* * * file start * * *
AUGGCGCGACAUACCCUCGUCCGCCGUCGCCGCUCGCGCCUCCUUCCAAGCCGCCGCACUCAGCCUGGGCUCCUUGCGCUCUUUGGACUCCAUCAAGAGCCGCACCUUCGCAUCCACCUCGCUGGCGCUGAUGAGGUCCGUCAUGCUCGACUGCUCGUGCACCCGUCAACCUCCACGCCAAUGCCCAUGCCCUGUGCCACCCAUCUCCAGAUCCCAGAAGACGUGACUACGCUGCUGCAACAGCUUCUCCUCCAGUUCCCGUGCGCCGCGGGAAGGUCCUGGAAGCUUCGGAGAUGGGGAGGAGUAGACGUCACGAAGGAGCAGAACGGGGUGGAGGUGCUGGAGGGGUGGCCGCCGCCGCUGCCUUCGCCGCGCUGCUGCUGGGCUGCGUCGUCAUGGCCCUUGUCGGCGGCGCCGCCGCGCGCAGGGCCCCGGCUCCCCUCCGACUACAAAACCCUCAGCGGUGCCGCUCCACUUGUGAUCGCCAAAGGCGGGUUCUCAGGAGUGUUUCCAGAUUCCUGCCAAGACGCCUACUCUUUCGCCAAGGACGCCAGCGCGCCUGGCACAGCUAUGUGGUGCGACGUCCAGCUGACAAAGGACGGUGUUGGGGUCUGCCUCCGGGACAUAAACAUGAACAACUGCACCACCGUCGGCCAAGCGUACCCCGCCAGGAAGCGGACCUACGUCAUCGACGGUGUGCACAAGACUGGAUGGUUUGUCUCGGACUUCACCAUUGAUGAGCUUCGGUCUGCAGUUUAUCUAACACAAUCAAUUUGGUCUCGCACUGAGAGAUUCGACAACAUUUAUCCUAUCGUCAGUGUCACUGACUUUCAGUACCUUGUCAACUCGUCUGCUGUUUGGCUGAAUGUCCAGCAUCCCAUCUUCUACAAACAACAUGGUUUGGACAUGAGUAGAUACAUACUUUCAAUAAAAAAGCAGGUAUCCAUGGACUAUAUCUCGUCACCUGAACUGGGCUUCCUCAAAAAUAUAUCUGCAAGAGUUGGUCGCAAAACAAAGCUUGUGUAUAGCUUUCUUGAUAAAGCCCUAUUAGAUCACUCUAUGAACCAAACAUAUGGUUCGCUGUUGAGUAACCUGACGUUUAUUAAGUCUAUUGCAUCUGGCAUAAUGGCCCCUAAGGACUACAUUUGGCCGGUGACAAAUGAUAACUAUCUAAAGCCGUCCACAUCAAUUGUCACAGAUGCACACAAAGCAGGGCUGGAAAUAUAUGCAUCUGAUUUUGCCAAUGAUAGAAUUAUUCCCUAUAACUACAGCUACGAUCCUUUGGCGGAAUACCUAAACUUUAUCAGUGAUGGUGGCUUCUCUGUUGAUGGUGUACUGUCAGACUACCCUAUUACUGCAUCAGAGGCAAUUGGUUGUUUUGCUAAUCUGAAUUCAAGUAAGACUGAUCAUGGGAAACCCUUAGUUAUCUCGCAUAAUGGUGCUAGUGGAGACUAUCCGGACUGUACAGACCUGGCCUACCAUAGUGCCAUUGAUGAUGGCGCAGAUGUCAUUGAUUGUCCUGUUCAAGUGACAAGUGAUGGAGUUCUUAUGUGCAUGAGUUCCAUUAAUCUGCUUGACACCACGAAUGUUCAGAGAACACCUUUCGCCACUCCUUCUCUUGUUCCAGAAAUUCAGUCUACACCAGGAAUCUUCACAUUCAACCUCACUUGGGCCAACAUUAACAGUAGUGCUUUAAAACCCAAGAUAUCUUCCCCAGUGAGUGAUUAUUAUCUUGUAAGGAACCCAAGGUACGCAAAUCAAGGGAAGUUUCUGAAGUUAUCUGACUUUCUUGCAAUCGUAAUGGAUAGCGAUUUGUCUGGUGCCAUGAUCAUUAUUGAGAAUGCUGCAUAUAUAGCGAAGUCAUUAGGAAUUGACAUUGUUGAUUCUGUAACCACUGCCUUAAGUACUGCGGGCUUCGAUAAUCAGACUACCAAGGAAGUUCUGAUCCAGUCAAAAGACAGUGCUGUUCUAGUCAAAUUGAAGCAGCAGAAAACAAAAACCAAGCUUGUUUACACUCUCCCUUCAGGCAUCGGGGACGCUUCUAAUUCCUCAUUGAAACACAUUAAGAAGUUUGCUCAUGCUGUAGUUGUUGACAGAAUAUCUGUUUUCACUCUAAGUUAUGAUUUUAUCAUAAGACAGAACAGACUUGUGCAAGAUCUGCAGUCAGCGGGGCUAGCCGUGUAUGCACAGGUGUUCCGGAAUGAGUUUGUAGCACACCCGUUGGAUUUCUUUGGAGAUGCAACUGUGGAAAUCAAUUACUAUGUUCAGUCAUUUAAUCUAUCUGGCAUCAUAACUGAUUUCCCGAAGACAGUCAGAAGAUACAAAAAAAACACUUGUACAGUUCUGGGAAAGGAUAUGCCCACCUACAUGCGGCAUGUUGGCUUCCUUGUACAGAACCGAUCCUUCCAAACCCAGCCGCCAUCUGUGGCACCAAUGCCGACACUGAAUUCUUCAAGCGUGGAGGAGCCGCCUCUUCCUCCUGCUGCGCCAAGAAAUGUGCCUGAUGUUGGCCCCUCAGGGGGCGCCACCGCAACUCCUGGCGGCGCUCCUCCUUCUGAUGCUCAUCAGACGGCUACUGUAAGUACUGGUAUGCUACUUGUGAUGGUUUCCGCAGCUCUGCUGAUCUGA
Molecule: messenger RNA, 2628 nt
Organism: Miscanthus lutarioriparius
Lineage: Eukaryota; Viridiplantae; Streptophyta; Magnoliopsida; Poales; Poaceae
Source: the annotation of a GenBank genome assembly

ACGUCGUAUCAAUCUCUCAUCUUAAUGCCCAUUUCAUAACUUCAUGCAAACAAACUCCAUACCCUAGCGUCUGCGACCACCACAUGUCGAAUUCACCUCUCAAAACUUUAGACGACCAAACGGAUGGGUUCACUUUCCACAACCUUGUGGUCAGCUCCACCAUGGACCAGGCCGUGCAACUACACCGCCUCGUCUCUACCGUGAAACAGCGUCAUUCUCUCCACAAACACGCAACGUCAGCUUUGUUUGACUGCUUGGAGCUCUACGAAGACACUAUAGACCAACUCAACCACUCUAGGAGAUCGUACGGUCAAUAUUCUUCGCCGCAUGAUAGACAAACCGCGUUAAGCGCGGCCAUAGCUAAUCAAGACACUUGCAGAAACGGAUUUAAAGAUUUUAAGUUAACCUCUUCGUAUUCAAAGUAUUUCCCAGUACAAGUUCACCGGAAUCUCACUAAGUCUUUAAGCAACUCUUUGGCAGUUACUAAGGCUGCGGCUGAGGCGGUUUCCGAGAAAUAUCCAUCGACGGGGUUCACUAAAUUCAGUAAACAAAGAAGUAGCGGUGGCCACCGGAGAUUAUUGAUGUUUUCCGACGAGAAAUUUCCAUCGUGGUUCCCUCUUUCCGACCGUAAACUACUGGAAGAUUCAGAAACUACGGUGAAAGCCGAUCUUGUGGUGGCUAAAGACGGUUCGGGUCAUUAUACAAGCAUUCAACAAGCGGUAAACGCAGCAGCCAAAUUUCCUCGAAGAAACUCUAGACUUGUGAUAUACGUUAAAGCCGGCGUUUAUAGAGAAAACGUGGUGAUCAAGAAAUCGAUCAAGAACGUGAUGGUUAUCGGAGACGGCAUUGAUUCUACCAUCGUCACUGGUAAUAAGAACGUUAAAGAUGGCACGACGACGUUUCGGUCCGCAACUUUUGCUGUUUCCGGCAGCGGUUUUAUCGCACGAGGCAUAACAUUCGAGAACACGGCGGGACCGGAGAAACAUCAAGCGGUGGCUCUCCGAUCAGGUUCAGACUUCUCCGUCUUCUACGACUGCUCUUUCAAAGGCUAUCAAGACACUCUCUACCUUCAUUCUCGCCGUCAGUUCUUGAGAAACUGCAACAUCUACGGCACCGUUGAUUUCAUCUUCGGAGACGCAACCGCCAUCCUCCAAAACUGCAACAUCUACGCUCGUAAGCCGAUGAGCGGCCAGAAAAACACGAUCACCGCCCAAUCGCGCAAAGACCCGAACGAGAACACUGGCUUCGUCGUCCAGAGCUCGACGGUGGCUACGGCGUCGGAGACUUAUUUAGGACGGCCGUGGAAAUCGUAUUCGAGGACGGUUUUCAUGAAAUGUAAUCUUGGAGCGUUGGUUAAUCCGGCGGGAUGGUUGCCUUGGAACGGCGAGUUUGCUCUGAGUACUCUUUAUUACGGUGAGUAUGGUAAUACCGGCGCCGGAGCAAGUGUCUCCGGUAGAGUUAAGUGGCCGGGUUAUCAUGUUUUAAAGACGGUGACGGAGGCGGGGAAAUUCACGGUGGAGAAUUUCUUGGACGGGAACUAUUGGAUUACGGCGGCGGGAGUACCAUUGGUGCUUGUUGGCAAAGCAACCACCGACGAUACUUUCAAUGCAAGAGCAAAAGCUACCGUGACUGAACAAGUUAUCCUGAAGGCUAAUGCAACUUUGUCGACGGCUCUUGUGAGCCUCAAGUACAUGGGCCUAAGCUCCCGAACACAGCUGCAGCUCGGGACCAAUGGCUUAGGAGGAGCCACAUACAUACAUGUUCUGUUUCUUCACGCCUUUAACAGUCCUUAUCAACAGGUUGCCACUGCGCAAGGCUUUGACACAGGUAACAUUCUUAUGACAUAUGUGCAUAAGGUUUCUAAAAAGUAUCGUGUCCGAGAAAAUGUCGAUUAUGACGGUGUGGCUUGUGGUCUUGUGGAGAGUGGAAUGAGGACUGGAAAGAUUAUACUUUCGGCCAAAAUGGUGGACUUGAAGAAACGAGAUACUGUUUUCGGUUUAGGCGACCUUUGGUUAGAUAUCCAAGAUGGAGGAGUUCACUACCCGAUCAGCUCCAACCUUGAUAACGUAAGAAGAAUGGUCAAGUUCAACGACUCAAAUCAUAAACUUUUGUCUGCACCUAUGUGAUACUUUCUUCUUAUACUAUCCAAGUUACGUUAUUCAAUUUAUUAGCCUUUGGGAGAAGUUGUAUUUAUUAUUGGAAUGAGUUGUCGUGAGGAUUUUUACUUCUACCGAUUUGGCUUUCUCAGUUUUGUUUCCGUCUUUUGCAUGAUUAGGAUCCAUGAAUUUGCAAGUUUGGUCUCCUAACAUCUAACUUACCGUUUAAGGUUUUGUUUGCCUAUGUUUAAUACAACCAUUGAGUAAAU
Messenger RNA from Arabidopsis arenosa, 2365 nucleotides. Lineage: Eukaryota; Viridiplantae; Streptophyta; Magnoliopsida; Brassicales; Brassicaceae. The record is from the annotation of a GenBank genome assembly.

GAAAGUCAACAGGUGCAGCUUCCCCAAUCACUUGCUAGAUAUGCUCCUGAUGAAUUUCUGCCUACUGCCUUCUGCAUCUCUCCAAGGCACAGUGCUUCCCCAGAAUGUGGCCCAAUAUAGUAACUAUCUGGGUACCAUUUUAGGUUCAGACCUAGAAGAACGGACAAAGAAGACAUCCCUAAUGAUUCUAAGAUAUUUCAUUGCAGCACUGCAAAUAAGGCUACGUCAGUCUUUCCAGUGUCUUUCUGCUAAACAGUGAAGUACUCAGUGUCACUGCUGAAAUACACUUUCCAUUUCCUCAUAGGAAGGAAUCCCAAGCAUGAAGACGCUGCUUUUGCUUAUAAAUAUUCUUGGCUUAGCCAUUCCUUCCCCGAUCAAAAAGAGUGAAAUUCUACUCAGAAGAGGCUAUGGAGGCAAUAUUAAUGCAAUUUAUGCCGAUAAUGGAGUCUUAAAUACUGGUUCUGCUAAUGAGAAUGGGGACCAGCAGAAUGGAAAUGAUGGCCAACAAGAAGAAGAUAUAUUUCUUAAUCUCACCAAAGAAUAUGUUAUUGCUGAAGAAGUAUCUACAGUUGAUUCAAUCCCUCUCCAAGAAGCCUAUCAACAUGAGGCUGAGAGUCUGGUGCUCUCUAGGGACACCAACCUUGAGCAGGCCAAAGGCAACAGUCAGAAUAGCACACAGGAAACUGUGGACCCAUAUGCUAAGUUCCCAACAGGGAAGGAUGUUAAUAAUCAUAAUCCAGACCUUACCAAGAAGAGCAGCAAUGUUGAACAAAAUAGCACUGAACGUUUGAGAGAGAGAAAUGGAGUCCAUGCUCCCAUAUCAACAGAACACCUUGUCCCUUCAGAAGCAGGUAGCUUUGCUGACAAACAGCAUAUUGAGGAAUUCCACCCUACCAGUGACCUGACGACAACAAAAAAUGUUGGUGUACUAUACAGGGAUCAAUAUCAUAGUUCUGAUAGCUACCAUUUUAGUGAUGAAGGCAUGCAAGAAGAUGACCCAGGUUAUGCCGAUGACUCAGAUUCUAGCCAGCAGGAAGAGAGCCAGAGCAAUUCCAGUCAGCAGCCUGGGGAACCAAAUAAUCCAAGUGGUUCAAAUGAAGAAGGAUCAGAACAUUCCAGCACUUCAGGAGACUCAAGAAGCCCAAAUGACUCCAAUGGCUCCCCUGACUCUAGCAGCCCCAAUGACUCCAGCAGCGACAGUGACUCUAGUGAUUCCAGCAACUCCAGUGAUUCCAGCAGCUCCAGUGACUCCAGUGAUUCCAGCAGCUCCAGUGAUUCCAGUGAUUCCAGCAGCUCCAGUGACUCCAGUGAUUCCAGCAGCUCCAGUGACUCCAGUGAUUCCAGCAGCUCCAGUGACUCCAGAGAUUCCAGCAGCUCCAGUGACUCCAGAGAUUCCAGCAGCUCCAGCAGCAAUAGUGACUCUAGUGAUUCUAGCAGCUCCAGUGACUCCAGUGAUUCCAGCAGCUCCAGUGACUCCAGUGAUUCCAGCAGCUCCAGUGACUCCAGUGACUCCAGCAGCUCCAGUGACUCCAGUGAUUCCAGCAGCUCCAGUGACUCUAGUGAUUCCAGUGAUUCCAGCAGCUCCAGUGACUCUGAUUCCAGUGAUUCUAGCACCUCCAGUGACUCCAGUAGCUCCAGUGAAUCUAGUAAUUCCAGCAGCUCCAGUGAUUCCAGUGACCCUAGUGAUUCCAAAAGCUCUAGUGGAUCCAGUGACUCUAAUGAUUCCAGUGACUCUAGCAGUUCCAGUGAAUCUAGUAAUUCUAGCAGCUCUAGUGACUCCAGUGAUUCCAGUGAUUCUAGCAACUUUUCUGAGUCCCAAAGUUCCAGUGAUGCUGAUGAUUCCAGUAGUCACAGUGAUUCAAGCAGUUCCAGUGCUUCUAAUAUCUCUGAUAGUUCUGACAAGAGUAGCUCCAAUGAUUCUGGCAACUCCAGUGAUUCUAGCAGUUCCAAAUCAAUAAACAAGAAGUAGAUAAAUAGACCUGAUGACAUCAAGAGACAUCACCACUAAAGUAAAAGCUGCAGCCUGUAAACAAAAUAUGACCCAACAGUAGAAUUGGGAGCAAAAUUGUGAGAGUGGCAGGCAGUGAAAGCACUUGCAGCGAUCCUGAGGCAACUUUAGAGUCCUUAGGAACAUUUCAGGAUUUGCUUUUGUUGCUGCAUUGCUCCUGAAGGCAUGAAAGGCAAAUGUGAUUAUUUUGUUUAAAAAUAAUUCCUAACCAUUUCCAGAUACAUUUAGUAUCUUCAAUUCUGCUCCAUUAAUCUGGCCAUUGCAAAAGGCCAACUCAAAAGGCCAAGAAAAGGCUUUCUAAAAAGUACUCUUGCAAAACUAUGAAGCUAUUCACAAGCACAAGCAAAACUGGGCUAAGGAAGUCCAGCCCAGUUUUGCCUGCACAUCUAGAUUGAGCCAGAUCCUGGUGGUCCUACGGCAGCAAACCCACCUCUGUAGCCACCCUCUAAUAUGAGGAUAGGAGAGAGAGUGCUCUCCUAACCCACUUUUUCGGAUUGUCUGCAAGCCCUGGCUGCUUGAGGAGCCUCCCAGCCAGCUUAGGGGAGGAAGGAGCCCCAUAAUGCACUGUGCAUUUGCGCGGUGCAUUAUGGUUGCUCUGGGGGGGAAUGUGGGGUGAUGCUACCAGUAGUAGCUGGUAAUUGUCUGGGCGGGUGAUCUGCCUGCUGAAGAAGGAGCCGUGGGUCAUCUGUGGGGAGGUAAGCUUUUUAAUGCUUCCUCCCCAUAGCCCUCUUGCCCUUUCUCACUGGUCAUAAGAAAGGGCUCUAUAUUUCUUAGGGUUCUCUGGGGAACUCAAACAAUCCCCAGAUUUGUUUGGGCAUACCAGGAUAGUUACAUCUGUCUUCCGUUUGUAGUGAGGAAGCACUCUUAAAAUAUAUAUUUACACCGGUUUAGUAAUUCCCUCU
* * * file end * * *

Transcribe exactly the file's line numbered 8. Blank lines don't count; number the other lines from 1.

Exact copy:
GAAAGUCAACAGGUGCAGCUUCCCCAAUCACUUGCUAGAUAUGCUCCUGAUGAAUUUCUGCCUACUGCCUUCUGCAUCUCUCCAAGGCACAGUGCUUCCCCAGAAUGUGGCCCAAUAUAGUAACUAUCUGGGUACCAUUUUAGGUUCAGACCUAGAAGAACGGACAAAGAAGACAUCCCUAAUGAUUCUAAGAUAUUUCAUUGCAGCACUGCAAAUAAGGCUACGUCAGUCUUUCCAGUGUCUUUCUGCUAAACAGUGAAGUACUCAGUGUCACUGCUGAAAUACACUUUCCAUUUCCUCAUAGGAAGGAAUCCCAAGCAUGAAGACGCUGCUUUUGCUUAUAAAUAUUCUUGGCUUAGCCAUUCCUUCCCCGAUCAAAAAGAGUGAAAUUCUACUCAGAAGAGGCUAUGGAGGCAAUAUUAAUGCAAUUUAUGCCGAUAAUGGAGUCUUAAAUACUGGUUCUGCUAAUGAGAAUGGGGACCAGCAGAAUGGAAAUGAUGGCCAACAAGAAGAAGAUAUAUUUCUUAAUCUCACCAAAGAAUAUGUUAUUGCUGAAGAAGUAUCUACAGUUGAUUCAAUCCCUCUCCAAGAAGCCUAUCAACAUGAGGCUGAGAGUCUGGUGCUCUCUAGGGACACCAACCUUGAGCAGGCCAAAGGCAACAGUCAGAAUAGCACACAGGAAACUGUGGACCCAUAUGCUAAGUUCCCAACAGGGAAGGAUGUUAAUAAUCAUAAUCCAGACCUUACCAAGAAGAGCAGCAAUGUUGAACAAAAUAGCACUGAACGUUUGAGAGAGAGAAAUGGAGUCCAUGCUCCCAUAUCAACAGAACACCUUGUCCCUUCAGAAGCAGGUAGCUUUGCUGACAAACAGCAUAUUGAGGAAUUCCACCCUACCAGUGACCUGACGACAACAAAAAAUGUUGGUGUACUAUACAGGGAUCAAUAUCAUAGUUCUGAUAGCUACCAUUUUAGUGAUGAAGGCAUGCAAGAAGAUGACCCAGGUUAUGCCGAUGACUCAGAUUCUAGCCAGCAGGAAGAGAGCCAGAGCAAUUCCAGUCAGCAGCCUGGGGAACCAAAUAAUCCAAGUGGUUCAAAUGAAGAAGGAUCAGAACAUUCCAGCACUUCAGGAGACUCAAGAAGCCCAAAUGACUCCAAUGGCUCCCCUGACUCUAGCAGCCCCAAUGACUCCAGCAGCGACAGUGACUCUAGUGAUUCCAGCAACUCCAGUGAUUCCAGCAGCUCCAGUGACUCCAGUGAUUCCAGCAGCUCCAGUGAUUCCAGUGAUUCCAGCAGCUCCAGUGACUCCAGUGAUUCCAGCAGCUCCAGUGACUCCAGUGAUUCCAGCAGCUCCAGUGACUCCAGAGAUUCCAGCAGCUCCAGUGACUCCAGAGAUUCCAGCAGCUCCAGCAGCAAUAGUGACUCUAGUGAUUCUAGCAGCUCCAGUGACUCCAGUGAUUCCAGCAGCUCCAGUGACUCCAGUGAUUCCAGCAGCUCCAGUGACUCCAGUGACUCCAGCAGCUCCAGUGACUCCAGUGAUUCCAGCAGCUCCAGUGACUCUAGUGAUUCCAGUGAUUCCAGCAGCUCCAGUGACUCUGAUUCCAGUGAUUCUAGCACCUCCAGUGACUCCAGUAGCUCCAGUGAAUCUAGUAAUUCCAGCAGCUCCAGUGAUUCCAGUGACCCUAGUGAUUCCAAAAGCUCUAGUGGAUCCAGUGACUCUAAUGAUUCCAGUGACUCUAGCAGUUCCAGUGAAUCUAGUAAUUCUAGCAGCUCUAGUGACUCCAGUGAUUCCAGUGAUUCUAGCAACUUUUCUGAGUCCCAAAGUUCCAGUGAUGCUGAUGAUUCCAGUAGUCACAGUGAUUCAAGCAGUUCCAGUGCUUCUAAUAUCUCUGAUAGUUCUGACAAGAGUAGCUCCAAUGAUUCUGGCAACUCCAGUGAUUCUAGCAGUUCCAAAUCAAUAAACAAGAAGUAGAUAAAUAGACCUGAUGACAUCAAGAGACAUCACCACUAAAGUAAAAGCUGCAGCCUGUAAACAAAAUAUGACCCAACAGUAGAAUUGGGAGCAAAAUUGUGAGAGUGGCAGGCAGUGAAAGCACUUGCAGCGAUCCUGAGGCAACUUUAGAGUCCUUAGGAACAUUUCAGGAUUUGCUUUUGUUGCUGCAUUGCUCCUGAAGGCAUGAAAGGCAAAUGUGAUUAUUUUGUUUAAAAAUAAUUCCUAACCAUUUCCAGAUACAUUUAGUAUCUUCAAUUCUGCUCCAUUAAUCUGGCCAUUGCAAAAGGCCAACUCAAAAGGCCAAGAAAAGGCUUUCUAAAAAGUACUCUUGCAAAACUAUGAAGCUAUUCACAAGCACAAGCAAAACUGGGCUAAGGAAGUCCAGCCCAGUUUUGCCUGCACAUCUAGAUUGAGCCAGAUCCUGGUGGUCCUACGGCAGCAAACCCACCUCUGUAGCCACCCUCUAAUAUGAGGAUAGGAGAGAGAGUGCUCUCCUAACCCACUUUUUCGGAUUGUCUGCAAGCCCUGGCUGCUUGAGGAGCCUCCCAGCCAGCUUAGGGGAGGAAGGAGCCCCAUAAUGCACUGUGCAUUUGCGCGGUGCAUUAUGGUUGCUCUGGGGGGGAAUGUGGGGUGAUGCUACCAGUAGUAGCUGGUAAUUGUCUGGGCGGGUGAUCUGCCUGCUGAAGAAGGAGCCGUGGGUCAUCUGUGGGGAGGUAAGCUUUUUAAUGCUUCCUCCCCAUAGCCCUCUUGCCCUUUCUCACUGGUCAUAAGAAAGGGCUCUAUAUUUCUUAGGGUUCUCUGGGGAACUCAAACAAUCCCCAGAUUUGUUUGGGCAUACCAGGAUAGUUACAUCUGUCUUCCGUUUGUAGUGAGGAAGCACUCUUAAAAUAUAUAUUUACACCGGUUUAGUAAUUCCCUCU